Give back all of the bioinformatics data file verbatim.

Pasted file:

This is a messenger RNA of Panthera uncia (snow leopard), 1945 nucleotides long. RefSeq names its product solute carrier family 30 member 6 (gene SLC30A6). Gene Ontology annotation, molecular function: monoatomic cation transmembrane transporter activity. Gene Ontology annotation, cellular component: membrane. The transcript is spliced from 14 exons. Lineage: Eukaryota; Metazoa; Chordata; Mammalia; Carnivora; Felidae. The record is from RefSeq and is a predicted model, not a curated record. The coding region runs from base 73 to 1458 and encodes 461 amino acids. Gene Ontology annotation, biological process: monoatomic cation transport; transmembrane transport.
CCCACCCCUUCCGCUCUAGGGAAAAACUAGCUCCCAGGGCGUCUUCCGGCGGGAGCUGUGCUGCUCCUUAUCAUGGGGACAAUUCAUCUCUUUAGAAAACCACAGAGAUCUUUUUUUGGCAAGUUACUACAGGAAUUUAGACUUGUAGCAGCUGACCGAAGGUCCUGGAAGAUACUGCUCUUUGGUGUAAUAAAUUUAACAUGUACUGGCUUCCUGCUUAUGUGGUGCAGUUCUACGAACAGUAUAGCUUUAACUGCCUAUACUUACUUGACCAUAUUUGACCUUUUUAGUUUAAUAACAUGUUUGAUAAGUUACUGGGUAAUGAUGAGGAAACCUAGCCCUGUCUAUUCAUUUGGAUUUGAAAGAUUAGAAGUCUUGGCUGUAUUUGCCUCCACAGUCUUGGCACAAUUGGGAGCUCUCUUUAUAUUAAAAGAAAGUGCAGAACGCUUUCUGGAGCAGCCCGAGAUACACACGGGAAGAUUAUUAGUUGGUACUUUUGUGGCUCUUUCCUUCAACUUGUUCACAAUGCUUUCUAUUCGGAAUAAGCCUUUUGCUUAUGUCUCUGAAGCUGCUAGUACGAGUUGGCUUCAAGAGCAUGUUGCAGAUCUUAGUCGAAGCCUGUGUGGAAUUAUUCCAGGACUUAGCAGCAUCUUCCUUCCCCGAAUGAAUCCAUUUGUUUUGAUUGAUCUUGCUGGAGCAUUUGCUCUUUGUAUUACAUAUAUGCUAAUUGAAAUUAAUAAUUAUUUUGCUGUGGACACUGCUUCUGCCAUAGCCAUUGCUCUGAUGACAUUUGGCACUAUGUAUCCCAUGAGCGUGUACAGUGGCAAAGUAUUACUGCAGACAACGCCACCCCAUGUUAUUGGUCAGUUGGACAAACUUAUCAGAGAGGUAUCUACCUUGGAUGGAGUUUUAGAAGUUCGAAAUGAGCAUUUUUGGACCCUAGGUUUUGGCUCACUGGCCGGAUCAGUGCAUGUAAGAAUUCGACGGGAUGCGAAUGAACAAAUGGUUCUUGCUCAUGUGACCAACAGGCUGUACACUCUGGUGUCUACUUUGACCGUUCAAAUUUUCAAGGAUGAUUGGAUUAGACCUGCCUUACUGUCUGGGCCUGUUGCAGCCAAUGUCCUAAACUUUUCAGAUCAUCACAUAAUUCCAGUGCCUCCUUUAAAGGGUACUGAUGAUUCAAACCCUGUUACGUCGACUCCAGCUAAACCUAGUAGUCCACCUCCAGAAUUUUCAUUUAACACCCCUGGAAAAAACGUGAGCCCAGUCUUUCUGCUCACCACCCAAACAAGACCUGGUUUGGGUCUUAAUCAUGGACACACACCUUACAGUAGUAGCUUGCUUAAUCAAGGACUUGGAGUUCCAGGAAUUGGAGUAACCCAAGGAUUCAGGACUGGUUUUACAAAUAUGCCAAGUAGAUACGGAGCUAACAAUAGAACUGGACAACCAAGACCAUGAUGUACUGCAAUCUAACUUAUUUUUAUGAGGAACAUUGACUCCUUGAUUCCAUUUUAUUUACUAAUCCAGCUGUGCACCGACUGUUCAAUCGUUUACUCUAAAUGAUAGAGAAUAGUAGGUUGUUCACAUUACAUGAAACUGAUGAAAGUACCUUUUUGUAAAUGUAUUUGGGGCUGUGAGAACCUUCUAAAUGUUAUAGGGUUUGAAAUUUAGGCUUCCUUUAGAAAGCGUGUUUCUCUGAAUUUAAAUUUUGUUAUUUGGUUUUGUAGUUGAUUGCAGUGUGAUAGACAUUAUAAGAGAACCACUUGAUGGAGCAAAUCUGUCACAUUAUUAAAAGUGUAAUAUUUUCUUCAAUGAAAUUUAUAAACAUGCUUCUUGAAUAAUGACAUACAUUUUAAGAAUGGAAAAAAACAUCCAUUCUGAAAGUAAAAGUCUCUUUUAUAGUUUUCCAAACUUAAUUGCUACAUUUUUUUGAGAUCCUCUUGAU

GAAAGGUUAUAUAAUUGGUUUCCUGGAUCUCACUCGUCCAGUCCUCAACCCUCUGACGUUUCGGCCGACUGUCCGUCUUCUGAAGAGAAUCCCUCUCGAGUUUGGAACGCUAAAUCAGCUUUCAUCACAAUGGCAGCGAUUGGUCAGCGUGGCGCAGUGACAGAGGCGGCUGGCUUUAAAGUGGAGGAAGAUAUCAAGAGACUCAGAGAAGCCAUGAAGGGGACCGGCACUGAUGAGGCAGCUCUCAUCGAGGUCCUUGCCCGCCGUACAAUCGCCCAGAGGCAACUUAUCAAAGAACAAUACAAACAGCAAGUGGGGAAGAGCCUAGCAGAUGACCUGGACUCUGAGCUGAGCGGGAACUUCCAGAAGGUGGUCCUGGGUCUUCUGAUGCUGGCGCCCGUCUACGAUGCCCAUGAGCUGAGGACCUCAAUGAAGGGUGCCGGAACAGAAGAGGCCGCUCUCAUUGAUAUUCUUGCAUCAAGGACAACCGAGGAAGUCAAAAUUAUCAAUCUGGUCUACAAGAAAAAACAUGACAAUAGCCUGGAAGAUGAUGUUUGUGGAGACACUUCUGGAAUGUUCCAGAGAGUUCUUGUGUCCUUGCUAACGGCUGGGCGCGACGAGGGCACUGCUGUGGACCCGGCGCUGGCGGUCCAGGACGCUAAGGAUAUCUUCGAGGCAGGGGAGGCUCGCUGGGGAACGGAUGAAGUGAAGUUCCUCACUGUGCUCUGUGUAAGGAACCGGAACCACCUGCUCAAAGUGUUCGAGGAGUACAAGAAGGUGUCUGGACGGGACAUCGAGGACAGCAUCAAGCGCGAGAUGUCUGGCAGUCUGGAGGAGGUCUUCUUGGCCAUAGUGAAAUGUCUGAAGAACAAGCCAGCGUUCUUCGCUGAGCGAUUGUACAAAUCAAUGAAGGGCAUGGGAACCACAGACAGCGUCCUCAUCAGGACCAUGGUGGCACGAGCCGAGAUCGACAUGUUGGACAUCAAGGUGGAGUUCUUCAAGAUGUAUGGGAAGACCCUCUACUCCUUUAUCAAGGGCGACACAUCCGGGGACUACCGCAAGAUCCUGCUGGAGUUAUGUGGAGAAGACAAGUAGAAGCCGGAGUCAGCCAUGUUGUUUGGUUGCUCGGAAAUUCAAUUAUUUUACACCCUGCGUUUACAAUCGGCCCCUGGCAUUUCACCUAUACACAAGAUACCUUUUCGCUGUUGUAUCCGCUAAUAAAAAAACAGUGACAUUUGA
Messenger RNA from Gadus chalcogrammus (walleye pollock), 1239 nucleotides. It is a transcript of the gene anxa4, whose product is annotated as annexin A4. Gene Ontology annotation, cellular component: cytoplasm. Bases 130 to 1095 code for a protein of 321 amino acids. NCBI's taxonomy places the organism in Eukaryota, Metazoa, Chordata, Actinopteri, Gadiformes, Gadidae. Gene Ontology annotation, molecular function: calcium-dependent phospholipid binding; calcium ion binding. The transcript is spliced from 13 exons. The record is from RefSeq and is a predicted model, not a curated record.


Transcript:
This is a messenger RNA of Panthera uncia (snow leopard), 1945 nucleotides long. RefSeq names its product solute carrier family 30 member 6 (gene SLC30A6). Gene Ontology annotation, molecular function: monoatomic cation transmembrane transporter activity. Gene Ontology annotation, cellular component: membrane. The transcript is spliced from 14 exons. Lineage: Eukaryota; Metazoa; Chordata; Mammalia; Carnivora; Felidae. The record is from RefSeq and is a predicted model, not a curated record. The coding region runs from base 73 to 1458 and encodes 461 amino acids. Gene Ontology annotation, biological process: monoatomic cation transport; transmembrane transport.
CCCACCCCUUCCGCUCUAGGGAAAAACUAGCUCCCAGGGCGUCUUCCGGCGGGAGCUGUGCUGCUCCUUAUCAUGGGGACAAUUCAUCUCUUUAGAAAACCACAGAGAUCUUUUUUUGGCAAGUUACUACAGGAAUUUAGACUUGUAGCAGCUGACCGAAGGUCCUGGAAGAUACUGCUCUUUGGUGUAAUAAAUUUAACAUGUACUGGCUUCCUGCUUAUGUGGUGCAGUUCUACGAACAGUAUAGCUUUAACUGCCUAUACUUACUUGACCAUAUUUGACCUUUUUAGUUUAAUAACAUGUUUGAUAAGUUACUGGGUAAUGAUGAGGAAACCUAGCCCUGUCUAUUCAUUUGGAUUUGAAAGAUUAGAAGUCUUGGCUGUAUUUGCCUCCACAGUCUUGGCACAAUUGGGAGCUCUCUUUAUAUUAAAAGAAAGUGCAGAACGCUUUCUGGAGCAGCCCGAGAUACACACGGGAAGAUUAUUAGUUGGUACUUUUGUGGCUCUUUCCUUCAACUUGUUCACAAUGCUUUCUAUUCGGAAUAAGCCUUUUGCUUAUGUCUCUGAAGCUGCUAGUACGAGUUGGCUUCAAGAGCAUGUUGCAGAUCUUAGUCGAAGCCUGUGUGGAAUUAUUCCAGGACUUAGCAGCAUCUUCCUUCCCCGAAUGAAUCCAUUUGUUUUGAUUGAUCUUGCUGGAGCAUUUGCUCUUUGUAUUACAUAUAUGCUAAUUGAAAUUAAUAAUUAUUUUGCUGUGGACACUGCUUCUGCCAUAGCCAUUGCUCUGAUGACAUUUGGCACUAUGUAUCCCAUGAGCGUGUACAGUGGCAAAGUAUUACUGCAGACAACGCCACCCCAUGUUAUUGGUCAGUUGGACAAACUUAUCAGAGAGGUAUCUACCUUGGAUGGAGUUUUAGAAGUUCGAAAUGAGCAUUUUUGGACCCUAGGUUUUGGCUCACUGGCCGGAUCAGUGCAUGUAAGAAUUCGACGGGAUGCGAAUGAACAAAUGGUUCUUGCUCAUGUGACCAACAGGCUGUACACUCUGGUGUCUACUUUGACCGUUCAAAUUUUCAAGGAUGAUUGGAUUAGACCUGCCUUACUGUCUGGGCCUGUUGCAGCCAAUGUCCUAAACUUUUCAGAUCAUCACAUAAUUCCAGUGCCUCCUUUAAAGGGUACUGAUGAUUCAAACCCUGUUACGUCGACUCCAGCUAAACCUAGUAGUCCACCUCCAGAAUUUUCAUUUAACACCCCUGGAAAAAACGUGAGCCCAGUCUUUCUGCUCACCACCCAAACAAGACCUGGUUUGGGUCUUAAUCAUGGACACACACCUUACAGUAGUAGCUUGCUUAAUCAAGGACUUGGAGUUCCAGGAAUUGGAGUAACCCAAGGAUUCAGGACUGGUUUUACAAAUAUGCCAAGUAGAUACGGAGCUAACAAUAGAACUGGACAACCAAGACCAUGAUGUACUGCAAUCUAACUUAUUUUUAUGAGGAACAUUGACUCCUUGAUUCCAUUUUAUUUACUAAUCCAGCUGUGCACCGACUGUUCAAUCGUUUACUCUAAAUGAUAGAGAAUAGUAGGUUGUUCACAUUACAUGAAACUGAUGAAAGUACCUUUUUGUAAAUGUAUUUGGGGCUGUGAGAACCUUCUAAAUGUUAUAGGGUUUGAAAUUUAGGCUUCCUUUAGAAAGCGUGUUUCUCUGAAUUUAAAUUUUGUUAUUUGGUUUUGUAGUUGAUUGCAGUGUGAUAGACAUUAUAAGAGAACCACUUGAUGGAGCAAAUCUGUCACAUUAUUAAAAGUGUAAUAUUUUCUUCAAUGAAAUUUAUAAACAUGCUUCUUGAAUAAUGACAUACAUUUUAAGAAUGGAAAAAAACAUCCAUUCUGAAAGUAAAAGUCUCUUUUAUAGUUUUCCAAACUUAAUUGCUACAUUUUUUUGAGAUCCUCUUGAU

GAAAGGUUAUAUAAUUGGUUUCCUGGAUCUCACUCGUCCAGUCCUCAACCCUCUGACGUUUCGGCCGACUGUCCGUCUUCUGAAGAGAAUCCCUCUCGAGUUUGGAACGCUAAAUCAGCUUUCAUCACAAUGGCAGCGAUUGGUCAGCGUGGCGCAGUGACAGAGGCGGCUGGCUUUAAAGUGGAGGAAGAUAUCAAGAGACUCAGAGAAGCCAUGAAGGGGACCGGCACUGAUGAGGCAGCUCUCAUCGAGGUCCUUGCCCGCCGUACAAUCGCCCAGAGGCAACUUAUCAAAGAACAAUACAAACAGCAAGUGGGGAAGAGCCUAGCAGAUGACCUGGACUCUGAGCUGAGCGGGAACUUCCAGAAGGUGGUCCUGGGUCUUCUGAUGCUGGCGCCCGUCUACGAUGCCCAUGAGCUGAGGACCUCAAUGAAGGGUGCCGGAACAGAAGAGGCCGCUCUCAUUGAUAUUCUUGCAUCAAGGACAACCGAGGAAGUCAAAAUUAUCAAUCUGGUCUACAAGAAAAAACAUGACAAUAGCCUGGAAGAUGAUGUUUGUGGAGACACUUCUGGAAUGUUCCAGAGAGUUCUUGUGUCCUUGCUAACGGCUGGGCGCGACGAGGGCACUGCUGUGGACCCGGCGCUGGCGGUCCAGGACGCUAAGGAUAUCUUCGAGGCAGGGGAGGCUCGCUGGGGAACGGAUGAAGUGAAGUUCCUCACUGUGCUCUGUGUAAGGAACCGGAACCACCUGCUCAAAGUGUUCGAGGAGUACAAGAAGGUGUCUGGACGGGACAUCGAGGACAGCAUCAAGCGCGAGAUGUCUGGCAGUCUGGAGGAGGUCUUCUUGGCCAUAGUGAAAUGUCUGAAGAACAAGCCAGCGUUCUUCGCUGAGCGAUUGUACAAAUCAAUGAAGGGCAUGGGAACCACAGACAGCGUCCUCAUCAGGACCAUGGUGGCACGAGCCGAGAUCGACAUGUUGGACAUCAAGGUGGAGUUCUUCAAGAUGUAUGGGAAGACCCUCUACUCCUUUAUCAAGGGCGACACAUCCGGGGACUACCGCAAGAUCCUGCUGGAGUUAUGUGGAGAAGACAAGUAGAAGCCGGAGUCAGCCAUGUUGUUUGGUUGCUCGGAAAUUCAAUUAUUUUACACCCUGCGUUUACAAUCGGCCCCUGGCAUUUCACCUAUACACAAGAUACCUUUUCGCUGUUGUAUCCGCUAAUAAAAAAACAGUGACAUUUGA
Messenger RNA from Gadus chalcogrammus (walleye pollock), 1239 nucleotides. It is a transcript of the gene anxa4, whose product is annotated as annexin A4. Gene Ontology annotation, cellular component: cytoplasm. Bases 130 to 1095 code for a protein of 321 amino acids. NCBI's taxonomy places the organism in Eukaryota, Metazoa, Chordata, Actinopteri, Gadiformes, Gadidae. Gene Ontology annotation, molecular function: calcium-dependent phospholipid binding; calcium ion binding. The transcript is spliced from 13 exons. The record is from RefSeq and is a predicted model, not a curated record.